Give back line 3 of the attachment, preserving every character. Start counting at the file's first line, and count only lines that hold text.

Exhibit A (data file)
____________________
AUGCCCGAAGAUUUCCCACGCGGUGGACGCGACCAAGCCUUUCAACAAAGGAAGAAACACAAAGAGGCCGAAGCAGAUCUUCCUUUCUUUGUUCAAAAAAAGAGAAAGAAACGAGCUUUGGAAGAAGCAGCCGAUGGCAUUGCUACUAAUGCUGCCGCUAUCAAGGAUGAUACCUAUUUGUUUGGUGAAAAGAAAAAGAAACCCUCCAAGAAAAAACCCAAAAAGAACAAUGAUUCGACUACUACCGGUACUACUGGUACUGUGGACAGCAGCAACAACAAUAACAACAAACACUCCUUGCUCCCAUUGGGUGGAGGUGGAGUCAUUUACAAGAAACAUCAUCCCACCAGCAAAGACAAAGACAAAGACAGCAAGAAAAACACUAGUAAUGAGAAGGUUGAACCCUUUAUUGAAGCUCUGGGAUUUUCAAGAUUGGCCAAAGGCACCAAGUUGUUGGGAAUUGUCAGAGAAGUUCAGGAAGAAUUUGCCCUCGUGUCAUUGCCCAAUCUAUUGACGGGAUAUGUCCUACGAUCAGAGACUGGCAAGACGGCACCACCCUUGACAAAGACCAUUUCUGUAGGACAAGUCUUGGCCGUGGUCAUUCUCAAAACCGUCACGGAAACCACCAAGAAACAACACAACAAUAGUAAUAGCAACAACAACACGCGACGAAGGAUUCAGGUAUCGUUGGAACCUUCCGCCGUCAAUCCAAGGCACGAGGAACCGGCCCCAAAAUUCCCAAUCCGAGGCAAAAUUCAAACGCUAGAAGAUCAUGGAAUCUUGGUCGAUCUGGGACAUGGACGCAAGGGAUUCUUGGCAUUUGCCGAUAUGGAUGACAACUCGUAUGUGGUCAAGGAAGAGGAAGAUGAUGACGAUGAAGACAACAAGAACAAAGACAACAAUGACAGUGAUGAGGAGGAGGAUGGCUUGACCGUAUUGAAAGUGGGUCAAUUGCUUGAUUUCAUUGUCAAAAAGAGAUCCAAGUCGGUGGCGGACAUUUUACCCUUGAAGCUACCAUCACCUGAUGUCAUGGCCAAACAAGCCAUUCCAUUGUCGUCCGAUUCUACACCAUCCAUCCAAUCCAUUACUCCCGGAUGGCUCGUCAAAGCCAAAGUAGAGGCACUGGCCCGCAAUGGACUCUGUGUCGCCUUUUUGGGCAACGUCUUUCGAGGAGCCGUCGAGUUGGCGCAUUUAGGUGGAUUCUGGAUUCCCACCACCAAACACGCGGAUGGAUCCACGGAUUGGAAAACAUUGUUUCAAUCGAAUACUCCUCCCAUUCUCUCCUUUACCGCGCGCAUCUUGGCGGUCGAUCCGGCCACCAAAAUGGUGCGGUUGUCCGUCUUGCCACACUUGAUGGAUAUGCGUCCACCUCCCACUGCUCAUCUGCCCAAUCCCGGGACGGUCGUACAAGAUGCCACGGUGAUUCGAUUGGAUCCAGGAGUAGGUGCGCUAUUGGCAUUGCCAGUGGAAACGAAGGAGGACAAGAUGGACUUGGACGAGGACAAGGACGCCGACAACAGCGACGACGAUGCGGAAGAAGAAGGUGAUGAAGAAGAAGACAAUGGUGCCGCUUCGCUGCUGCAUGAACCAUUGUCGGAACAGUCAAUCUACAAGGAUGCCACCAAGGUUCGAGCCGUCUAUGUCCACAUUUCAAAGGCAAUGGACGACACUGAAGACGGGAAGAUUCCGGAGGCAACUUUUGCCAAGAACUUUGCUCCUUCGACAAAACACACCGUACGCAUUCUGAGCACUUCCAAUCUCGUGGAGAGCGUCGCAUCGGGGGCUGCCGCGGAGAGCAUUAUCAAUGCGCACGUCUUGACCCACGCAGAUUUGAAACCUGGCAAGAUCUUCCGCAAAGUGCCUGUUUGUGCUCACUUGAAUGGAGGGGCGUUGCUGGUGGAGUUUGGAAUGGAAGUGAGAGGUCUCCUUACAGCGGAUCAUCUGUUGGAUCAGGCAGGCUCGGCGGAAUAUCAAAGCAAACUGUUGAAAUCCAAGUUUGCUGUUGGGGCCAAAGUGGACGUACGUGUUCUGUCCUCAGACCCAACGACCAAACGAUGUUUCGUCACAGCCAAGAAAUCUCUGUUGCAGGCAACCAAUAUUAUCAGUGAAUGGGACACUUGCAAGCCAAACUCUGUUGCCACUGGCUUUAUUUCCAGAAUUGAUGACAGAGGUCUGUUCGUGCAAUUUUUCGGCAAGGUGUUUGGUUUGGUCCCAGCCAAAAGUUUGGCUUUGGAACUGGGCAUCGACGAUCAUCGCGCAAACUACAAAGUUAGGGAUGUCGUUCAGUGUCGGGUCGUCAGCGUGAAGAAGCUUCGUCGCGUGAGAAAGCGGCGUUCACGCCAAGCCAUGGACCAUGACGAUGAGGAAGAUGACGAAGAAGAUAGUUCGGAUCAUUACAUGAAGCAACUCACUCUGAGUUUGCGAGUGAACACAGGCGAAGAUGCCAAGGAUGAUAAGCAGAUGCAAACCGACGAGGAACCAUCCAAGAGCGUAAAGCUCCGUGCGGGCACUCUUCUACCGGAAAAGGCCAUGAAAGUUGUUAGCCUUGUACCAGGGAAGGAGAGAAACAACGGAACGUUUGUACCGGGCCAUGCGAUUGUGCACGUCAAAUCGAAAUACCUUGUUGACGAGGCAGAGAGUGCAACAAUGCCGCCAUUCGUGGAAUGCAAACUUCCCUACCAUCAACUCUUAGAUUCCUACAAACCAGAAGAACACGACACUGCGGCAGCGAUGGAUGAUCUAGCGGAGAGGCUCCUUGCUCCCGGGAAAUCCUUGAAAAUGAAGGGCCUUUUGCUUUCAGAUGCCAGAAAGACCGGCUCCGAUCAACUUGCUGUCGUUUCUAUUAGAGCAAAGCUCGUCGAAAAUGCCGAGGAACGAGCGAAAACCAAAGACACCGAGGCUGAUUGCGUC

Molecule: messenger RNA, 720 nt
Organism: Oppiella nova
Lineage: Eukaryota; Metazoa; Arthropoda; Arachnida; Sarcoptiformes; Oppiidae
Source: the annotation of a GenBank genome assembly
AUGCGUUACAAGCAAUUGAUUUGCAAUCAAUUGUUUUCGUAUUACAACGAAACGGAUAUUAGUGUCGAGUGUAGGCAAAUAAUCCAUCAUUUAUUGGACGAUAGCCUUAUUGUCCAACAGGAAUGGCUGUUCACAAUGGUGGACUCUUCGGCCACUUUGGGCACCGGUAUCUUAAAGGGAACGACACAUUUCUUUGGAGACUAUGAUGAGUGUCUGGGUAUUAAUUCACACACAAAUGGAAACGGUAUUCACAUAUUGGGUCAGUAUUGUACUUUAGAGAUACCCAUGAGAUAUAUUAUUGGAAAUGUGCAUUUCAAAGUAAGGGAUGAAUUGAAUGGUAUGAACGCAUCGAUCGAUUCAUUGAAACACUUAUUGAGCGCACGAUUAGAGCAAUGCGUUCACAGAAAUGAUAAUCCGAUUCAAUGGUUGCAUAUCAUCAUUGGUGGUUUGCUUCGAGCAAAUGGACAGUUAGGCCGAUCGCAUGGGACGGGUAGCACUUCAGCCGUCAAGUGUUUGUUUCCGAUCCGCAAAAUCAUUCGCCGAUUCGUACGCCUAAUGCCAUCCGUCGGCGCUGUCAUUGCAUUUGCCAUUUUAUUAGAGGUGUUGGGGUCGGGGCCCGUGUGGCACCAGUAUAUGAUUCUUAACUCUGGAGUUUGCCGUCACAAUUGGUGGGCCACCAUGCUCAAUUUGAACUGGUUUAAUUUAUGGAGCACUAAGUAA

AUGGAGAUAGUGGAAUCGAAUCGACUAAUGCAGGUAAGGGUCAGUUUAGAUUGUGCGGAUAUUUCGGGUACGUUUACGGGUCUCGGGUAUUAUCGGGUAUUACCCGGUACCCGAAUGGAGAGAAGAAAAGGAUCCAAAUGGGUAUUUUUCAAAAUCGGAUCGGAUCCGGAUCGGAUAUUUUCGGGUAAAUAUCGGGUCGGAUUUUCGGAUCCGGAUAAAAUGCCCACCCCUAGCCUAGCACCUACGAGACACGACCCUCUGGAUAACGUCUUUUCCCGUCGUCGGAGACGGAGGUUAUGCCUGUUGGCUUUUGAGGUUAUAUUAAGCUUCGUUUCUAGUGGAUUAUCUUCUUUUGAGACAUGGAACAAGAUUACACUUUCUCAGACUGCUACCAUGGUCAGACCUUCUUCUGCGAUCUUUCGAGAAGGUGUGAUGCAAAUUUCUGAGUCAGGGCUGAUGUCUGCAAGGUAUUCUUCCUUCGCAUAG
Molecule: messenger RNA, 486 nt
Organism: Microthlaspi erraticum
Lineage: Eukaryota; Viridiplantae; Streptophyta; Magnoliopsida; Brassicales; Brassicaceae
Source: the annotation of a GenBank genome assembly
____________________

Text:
Organism: Oppiella nova